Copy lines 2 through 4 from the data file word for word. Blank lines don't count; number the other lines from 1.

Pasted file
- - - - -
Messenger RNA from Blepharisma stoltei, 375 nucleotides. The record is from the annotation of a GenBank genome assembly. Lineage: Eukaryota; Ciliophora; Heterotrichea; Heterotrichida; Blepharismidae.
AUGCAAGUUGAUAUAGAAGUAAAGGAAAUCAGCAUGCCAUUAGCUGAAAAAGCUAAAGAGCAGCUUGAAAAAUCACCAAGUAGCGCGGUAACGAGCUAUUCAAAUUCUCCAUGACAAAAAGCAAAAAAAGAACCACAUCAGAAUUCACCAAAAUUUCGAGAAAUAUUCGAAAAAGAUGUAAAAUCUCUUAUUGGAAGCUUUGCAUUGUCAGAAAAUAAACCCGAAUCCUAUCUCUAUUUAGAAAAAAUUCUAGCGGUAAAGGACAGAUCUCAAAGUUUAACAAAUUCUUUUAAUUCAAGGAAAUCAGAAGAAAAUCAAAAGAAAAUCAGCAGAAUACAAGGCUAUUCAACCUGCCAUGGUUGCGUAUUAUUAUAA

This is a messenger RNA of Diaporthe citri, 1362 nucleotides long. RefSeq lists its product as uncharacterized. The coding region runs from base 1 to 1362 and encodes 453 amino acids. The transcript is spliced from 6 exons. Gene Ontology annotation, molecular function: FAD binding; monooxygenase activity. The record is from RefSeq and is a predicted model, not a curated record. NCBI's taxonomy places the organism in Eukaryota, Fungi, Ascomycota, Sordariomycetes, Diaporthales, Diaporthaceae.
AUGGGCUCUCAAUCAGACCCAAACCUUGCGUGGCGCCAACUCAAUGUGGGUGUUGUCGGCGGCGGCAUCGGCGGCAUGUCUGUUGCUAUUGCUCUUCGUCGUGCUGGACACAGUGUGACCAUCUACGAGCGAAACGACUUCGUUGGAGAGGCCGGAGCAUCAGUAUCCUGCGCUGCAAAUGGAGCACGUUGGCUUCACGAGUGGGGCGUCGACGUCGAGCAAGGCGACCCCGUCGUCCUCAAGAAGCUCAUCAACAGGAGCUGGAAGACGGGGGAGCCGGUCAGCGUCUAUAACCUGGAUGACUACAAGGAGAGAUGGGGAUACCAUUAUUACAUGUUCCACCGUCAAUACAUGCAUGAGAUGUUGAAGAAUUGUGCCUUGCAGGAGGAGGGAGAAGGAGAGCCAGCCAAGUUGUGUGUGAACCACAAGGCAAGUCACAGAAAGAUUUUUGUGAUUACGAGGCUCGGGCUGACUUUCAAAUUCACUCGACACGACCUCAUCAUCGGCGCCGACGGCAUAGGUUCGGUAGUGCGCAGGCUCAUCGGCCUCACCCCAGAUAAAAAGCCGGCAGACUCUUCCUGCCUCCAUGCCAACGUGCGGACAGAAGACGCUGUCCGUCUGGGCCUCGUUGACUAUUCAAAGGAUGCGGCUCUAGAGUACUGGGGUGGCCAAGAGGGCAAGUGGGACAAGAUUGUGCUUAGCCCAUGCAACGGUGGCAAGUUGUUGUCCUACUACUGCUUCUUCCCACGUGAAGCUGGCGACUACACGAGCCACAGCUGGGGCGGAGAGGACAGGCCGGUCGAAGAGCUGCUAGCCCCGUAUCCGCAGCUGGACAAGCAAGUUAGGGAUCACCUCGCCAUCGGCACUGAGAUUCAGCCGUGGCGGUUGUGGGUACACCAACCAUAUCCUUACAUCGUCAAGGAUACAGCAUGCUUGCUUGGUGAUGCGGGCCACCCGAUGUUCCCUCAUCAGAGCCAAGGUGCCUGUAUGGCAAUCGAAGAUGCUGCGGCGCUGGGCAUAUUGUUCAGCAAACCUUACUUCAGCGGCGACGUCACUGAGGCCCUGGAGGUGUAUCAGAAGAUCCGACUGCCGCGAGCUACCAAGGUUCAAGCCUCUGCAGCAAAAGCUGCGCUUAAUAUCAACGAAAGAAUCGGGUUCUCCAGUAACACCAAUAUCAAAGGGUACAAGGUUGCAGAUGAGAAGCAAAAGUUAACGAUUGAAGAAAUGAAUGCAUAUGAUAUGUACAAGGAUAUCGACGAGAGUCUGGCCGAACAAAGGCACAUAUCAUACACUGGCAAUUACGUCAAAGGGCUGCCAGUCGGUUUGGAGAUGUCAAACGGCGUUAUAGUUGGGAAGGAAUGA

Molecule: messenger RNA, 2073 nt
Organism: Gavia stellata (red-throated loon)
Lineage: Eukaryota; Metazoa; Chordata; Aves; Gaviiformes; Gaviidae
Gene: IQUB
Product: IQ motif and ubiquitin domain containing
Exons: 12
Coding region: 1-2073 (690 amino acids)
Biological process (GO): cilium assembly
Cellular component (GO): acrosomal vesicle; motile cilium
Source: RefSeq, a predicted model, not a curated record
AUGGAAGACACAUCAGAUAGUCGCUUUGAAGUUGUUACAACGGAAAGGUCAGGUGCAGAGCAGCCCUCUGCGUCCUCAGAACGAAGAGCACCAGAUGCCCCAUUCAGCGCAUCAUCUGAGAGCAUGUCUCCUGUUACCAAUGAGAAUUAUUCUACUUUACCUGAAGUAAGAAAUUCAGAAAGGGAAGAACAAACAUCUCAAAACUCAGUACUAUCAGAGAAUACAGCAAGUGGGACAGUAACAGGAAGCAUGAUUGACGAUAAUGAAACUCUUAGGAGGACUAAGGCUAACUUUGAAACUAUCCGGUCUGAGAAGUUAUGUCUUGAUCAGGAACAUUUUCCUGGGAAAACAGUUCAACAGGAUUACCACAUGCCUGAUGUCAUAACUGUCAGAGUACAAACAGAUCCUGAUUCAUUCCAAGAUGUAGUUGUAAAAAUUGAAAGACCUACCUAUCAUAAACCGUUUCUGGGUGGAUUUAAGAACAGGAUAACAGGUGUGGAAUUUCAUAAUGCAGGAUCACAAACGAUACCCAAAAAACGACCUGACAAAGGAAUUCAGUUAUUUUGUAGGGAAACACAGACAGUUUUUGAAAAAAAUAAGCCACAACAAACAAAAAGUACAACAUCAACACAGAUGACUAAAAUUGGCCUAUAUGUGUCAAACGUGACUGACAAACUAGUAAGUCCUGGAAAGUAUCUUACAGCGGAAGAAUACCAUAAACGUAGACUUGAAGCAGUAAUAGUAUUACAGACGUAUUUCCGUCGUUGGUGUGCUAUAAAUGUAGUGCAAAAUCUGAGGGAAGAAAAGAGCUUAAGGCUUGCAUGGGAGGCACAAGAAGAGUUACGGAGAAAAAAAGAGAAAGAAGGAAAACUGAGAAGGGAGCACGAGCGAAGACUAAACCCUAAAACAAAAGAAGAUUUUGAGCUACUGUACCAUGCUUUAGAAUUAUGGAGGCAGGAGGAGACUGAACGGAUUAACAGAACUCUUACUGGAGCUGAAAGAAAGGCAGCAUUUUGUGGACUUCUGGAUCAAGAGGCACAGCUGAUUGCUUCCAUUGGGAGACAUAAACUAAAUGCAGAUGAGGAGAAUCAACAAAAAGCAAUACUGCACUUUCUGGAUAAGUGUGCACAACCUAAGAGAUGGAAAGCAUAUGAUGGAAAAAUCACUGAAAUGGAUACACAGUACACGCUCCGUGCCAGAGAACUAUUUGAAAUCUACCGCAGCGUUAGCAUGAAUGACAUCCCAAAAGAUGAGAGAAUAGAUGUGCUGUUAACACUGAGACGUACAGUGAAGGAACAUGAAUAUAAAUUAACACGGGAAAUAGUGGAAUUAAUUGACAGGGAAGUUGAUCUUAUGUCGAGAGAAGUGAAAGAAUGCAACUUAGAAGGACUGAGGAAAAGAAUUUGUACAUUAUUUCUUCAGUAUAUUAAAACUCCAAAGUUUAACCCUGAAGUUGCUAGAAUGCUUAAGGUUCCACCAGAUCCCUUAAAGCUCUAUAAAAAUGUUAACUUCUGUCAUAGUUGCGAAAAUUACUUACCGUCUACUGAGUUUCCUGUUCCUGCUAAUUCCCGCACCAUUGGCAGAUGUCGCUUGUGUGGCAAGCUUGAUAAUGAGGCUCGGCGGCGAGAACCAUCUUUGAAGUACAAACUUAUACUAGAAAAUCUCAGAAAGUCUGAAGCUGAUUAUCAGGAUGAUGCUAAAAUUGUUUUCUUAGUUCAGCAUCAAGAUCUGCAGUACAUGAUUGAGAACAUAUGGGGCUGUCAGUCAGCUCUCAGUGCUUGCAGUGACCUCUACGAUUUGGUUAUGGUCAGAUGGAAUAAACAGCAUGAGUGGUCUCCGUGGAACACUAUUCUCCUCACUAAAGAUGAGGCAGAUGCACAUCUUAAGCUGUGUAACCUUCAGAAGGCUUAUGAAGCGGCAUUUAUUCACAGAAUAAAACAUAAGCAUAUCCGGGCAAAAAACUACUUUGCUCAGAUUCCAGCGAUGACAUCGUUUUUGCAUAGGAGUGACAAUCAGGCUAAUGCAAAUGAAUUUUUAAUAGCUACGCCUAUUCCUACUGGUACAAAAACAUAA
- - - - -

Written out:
AUGCAAGUUGAUAUAGAAGUAAAGGAAAUCAGCAUGCCAUUAGCUGAAAAAGCUAAAGAGCAGCUUGAAAAAUCACCAAGUAGCGCGGUAACGAGCUAUUCAAAUUCUCCAUGACAAAAAGCAAAAAAAGAACCACAUCAGAAUUCACCAAAAUUUCGAGAAAUAUUCGAAAAAGAUGUAAAAUCUCUUAUUGGAAGCUUUGCAUUGUCAGAAAAUAAACCCGAAUCCUAUCUCUAUUUAGAAAAAAUUCUAGCGGUAAAGGACAGAUCUCAAAGUUUAACAAAUUCUUUUAAUUCAAGGAAAUCAGAAGAAAAUCAAAAGAAAAUCAGCAGAAUACAAGGCUAUUCAACCUGCCAUGGUUGCGUAUUAUUAUAA

This is a messenger RNA of Diaporthe citri, 1362 nucleotides long. RefSeq lists its product as uncharacterized. The coding region runs from base 1 to 1362 and encodes 453 amino acids. The transcript is spliced from 6 exons. Gene Ontology annotation, molecular function: FAD binding; monooxygenase activity. The record is from RefSeq and is a predicted model, not a curated record. NCBI's taxonomy places the organism in Eukaryota, Fungi, Ascomycota, Sordariomycetes, Diaporthales, Diaporthaceae.
AUGGGCUCUCAAUCAGACCCAAACCUUGCGUGGCGCCAACUCAAUGUGGGUGUUGUCGGCGGCGGCAUCGGCGGCAUGUCUGUUGCUAUUGCUCUUCGUCGUGCUGGACACAGUGUGACCAUCUACGAGCGAAACGACUUCGUUGGAGAGGCCGGAGCAUCAGUAUCCUGCGCUGCAAAUGGAGCACGUUGGCUUCACGAGUGGGGCGUCGACGUCGAGCAAGGCGACCCCGUCGUCCUCAAGAAGCUCAUCAACAGGAGCUGGAAGACGGGGGAGCCGGUCAGCGUCUAUAACCUGGAUGACUACAAGGAGAGAUGGGGAUACCAUUAUUACAUGUUCCACCGUCAAUACAUGCAUGAGAUGUUGAAGAAUUGUGCCUUGCAGGAGGAGGGAGAAGGAGAGCCAGCCAAGUUGUGUGUGAACCACAAGGCAAGUCACAGAAAGAUUUUUGUGAUUACGAGGCUCGGGCUGACUUUCAAAUUCACUCGACACGACCUCAUCAUCGGCGCCGACGGCAUAGGUUCGGUAGUGCGCAGGCUCAUCGGCCUCACCCCAGAUAAAAAGCCGGCAGACUCUUCCUGCCUCCAUGCCAACGUGCGGACAGAAGACGCUGUCCGUCUGGGCCUCGUUGACUAUUCAAAGGAUGCGGCUCUAGAGUACUGGGGUGGCCAAGAGGGCAAGUGGGACAAGAUUGUGCUUAGCCCAUGCAACGGUGGCAAGUUGUUGUCCUACUACUGCUUCUUCCCACGUGAAGCUGGCGACUACACGAGCCACAGCUGGGGCGGAGAGGACAGGCCGGUCGAAGAGCUGCUAGCCCCGUAUCCGCAGCUGGACAAGCAAGUUAGGGAUCACCUCGCCAUCGGCACUGAGAUUCAGCCGUGGCGGUUGUGGGUACACCAACCAUAUCCUUACAUCGUCAAGGAUACAGCAUGCUUGCUUGGUGAUGCGGGCCACCCGAUGUUCCCUCAUCAGAGCCAAGGUGCCUGUAUGGCAAUCGAAGAUGCUGCGGCGCUGGGCAUAUUGUUCAGCAAACCUUACUUCAGCGGCGACGUCACUGAGGCCCUGGAGGUGUAUCAGAAGAUCCGACUGCCGCGAGCUACCAAGGUUCAAGCCUCUGCAGCAAAAGCUGCGCUUAAUAUCAACGAAAGAAUCGGGUUCUCCAGUAACACCAAUAUCAAAGGGUACAAGGUUGCAGAUGAGAAGCAAAAGUUAACGAUUGAAGAAAUGAAUGCAUAUGAUAUGUACAAGGAUAUCGACGAGAGUCUGGCCGAACAAAGGCACAUAUCAUACACUGGCAAUUACGUCAAAGGGCUGCCAGUCGGUUUGGAGAUGUCAAACGGCGUUAUAGUUGGGAAGGAAUGA